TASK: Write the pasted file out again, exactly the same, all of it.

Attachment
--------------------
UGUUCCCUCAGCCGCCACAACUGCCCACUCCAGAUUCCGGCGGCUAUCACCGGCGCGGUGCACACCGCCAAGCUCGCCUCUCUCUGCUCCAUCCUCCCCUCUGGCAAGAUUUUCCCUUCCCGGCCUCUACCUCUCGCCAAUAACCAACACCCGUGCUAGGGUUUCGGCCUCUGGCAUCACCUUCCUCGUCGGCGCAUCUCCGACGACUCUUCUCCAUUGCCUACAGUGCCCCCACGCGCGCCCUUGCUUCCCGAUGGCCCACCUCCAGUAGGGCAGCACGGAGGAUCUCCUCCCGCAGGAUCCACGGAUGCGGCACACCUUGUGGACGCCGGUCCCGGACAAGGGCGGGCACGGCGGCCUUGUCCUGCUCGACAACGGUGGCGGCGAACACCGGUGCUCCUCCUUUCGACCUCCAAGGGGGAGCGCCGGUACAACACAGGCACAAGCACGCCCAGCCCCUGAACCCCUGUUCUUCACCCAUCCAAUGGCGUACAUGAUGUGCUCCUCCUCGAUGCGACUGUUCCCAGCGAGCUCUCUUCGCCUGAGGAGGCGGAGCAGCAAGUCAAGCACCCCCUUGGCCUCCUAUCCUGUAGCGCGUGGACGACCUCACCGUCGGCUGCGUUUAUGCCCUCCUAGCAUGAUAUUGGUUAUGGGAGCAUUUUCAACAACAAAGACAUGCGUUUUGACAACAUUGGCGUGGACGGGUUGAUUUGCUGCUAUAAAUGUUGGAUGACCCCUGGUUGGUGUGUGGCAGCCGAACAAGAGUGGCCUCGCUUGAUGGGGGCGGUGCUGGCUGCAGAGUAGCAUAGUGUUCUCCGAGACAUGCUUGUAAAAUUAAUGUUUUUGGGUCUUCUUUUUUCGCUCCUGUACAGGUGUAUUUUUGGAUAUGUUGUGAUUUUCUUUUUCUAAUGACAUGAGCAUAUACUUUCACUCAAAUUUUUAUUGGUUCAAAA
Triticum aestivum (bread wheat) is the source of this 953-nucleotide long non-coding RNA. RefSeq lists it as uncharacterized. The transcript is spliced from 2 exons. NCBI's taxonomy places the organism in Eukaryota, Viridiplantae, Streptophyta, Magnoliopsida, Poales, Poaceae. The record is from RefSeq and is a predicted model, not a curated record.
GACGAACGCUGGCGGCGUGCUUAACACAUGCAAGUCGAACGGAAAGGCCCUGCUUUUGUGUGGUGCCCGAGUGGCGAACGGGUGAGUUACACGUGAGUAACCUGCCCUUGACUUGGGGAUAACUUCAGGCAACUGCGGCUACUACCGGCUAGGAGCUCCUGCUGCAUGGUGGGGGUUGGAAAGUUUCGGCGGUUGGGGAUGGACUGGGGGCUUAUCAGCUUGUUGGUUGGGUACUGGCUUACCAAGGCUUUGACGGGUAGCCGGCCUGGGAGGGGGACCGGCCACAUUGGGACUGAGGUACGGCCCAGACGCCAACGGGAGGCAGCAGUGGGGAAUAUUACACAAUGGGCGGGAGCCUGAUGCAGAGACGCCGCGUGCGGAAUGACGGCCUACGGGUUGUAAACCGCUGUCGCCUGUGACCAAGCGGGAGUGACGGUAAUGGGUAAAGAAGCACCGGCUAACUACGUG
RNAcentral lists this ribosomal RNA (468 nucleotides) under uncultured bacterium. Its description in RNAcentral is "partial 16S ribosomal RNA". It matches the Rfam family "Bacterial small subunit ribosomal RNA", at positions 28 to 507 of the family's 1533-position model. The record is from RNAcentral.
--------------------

UGUUCCCUCAGCCGCCACAACUGCCCACUCCAGAUUCCGGCGGCUAUCACCGGCGCGGUGCACACCGCCAAGCUCGCCUCUCUCUGCUCCAUCCUCCCCUCUGGCAAGAUUUUCCCUUCCCGGCCUCUACCUCUCGCCAAUAACCAACACCCGUGCUAGGGUUUCGGCCUCUGGCAUCACCUUCCUCGUCGGCGCAUCUCCGACGACUCUUCUCCAUUGCCUACAGUGCCCCCACGCGCGCCCUUGCUUCCCGAUGGCCCACCUCCAGUAGGGCAGCACGGAGGAUCUCCUCCCGCAGGAUCCACGGAUGCGGCACACCUUGUGGACGCCGGUCCCGGACAAGGGCGGGCACGGCGGCCUUGUCCUGCUCGACAACGGUGGCGGCGAACACCGGUGCUCCUCCUUUCGACCUCCAAGGGGGAGCGCCGGUACAACACAGGCACAAGCACGCCCAGCCCCUGAACCCCUGUUCUUCACCCAUCCAAUGGCGUACAUGAUGUGCUCCUCCUCGAUGCGACUGUUCCCAGCGAGCUCUCUUCGCCUGAGGAGGCGGAGCAGCAAGUCAAGCACCCCCUUGGCCUCCUAUCCUGUAGCGCGUGGACGACCUCACCGUCGGCUGCGUUUAUGCCCUCCUAGCAUGAUAUUGGUUAUGGGAGCAUUUUCAACAACAAAGACAUGCGUUUUGACAACAUUGGCGUGGACGGGUUGAUUUGCUGCUAUAAAUGUUGGAUGACCCCUGGUUGGUGUGUGGCAGCCGAACAAGAGUGGCCUCGCUUGAUGGGGGCGGUGCUGGCUGCAGAGUAGCAUAGUGUUCUCCGAGACAUGCUUGUAAAAUUAAUGUUUUUGGGUCUUCUUUUUUCGCUCCUGUACAGGUGUAUUUUUGGAUAUGUUGUGAUUUUCUUUUUCUAAUGACAUGAGCAUAUACUUUCACUCAAAUUUUUAUUGGUUCAAAA
Triticum aestivum (bread wheat) is the source of this 953-nucleotide long non-coding RNA. RefSeq lists it as uncharacterized. The transcript is spliced from 2 exons. NCBI's taxonomy places the organism in Eukaryota, Viridiplantae, Streptophyta, Magnoliopsida, Poales, Poaceae. The record is from RefSeq and is a predicted model, not a curated record.
GACGAACGCUGGCGGCGUGCUUAACACAUGCAAGUCGAACGGAAAGGCCCUGCUUUUGUGUGGUGCCCGAGUGGCGAACGGGUGAGUUACACGUGAGUAACCUGCCCUUGACUUGGGGAUAACUUCAGGCAACUGCGGCUACUACCGGCUAGGAGCUCCUGCUGCAUGGUGGGGGUUGGAAAGUUUCGGCGGUUGGGGAUGGACUGGGGGCUUAUCAGCUUGUUGGUUGGGUACUGGCUUACCAAGGCUUUGACGGGUAGCCGGCCUGGGAGGGGGACCGGCCACAUUGGGACUGAGGUACGGCCCAGACGCCAACGGGAGGCAGCAGUGGGGAAUAUUACACAAUGGGCGGGAGCCUGAUGCAGAGACGCCGCGUGCGGAAUGACGGCCUACGGGUUGUAAACCGCUGUCGCCUGUGACCAAGCGGGAGUGACGGUAAUGGGUAAAGAAGCACCGGCUAACUACGUG
RNAcentral lists this ribosomal RNA (468 nucleotides) under uncultured bacterium. Its description in RNAcentral is "partial 16S ribosomal RNA". It matches the Rfam family "Bacterial small subunit ribosomal RNA", at positions 28 to 507 of the family's 1533-position model. The record is from RNAcentral.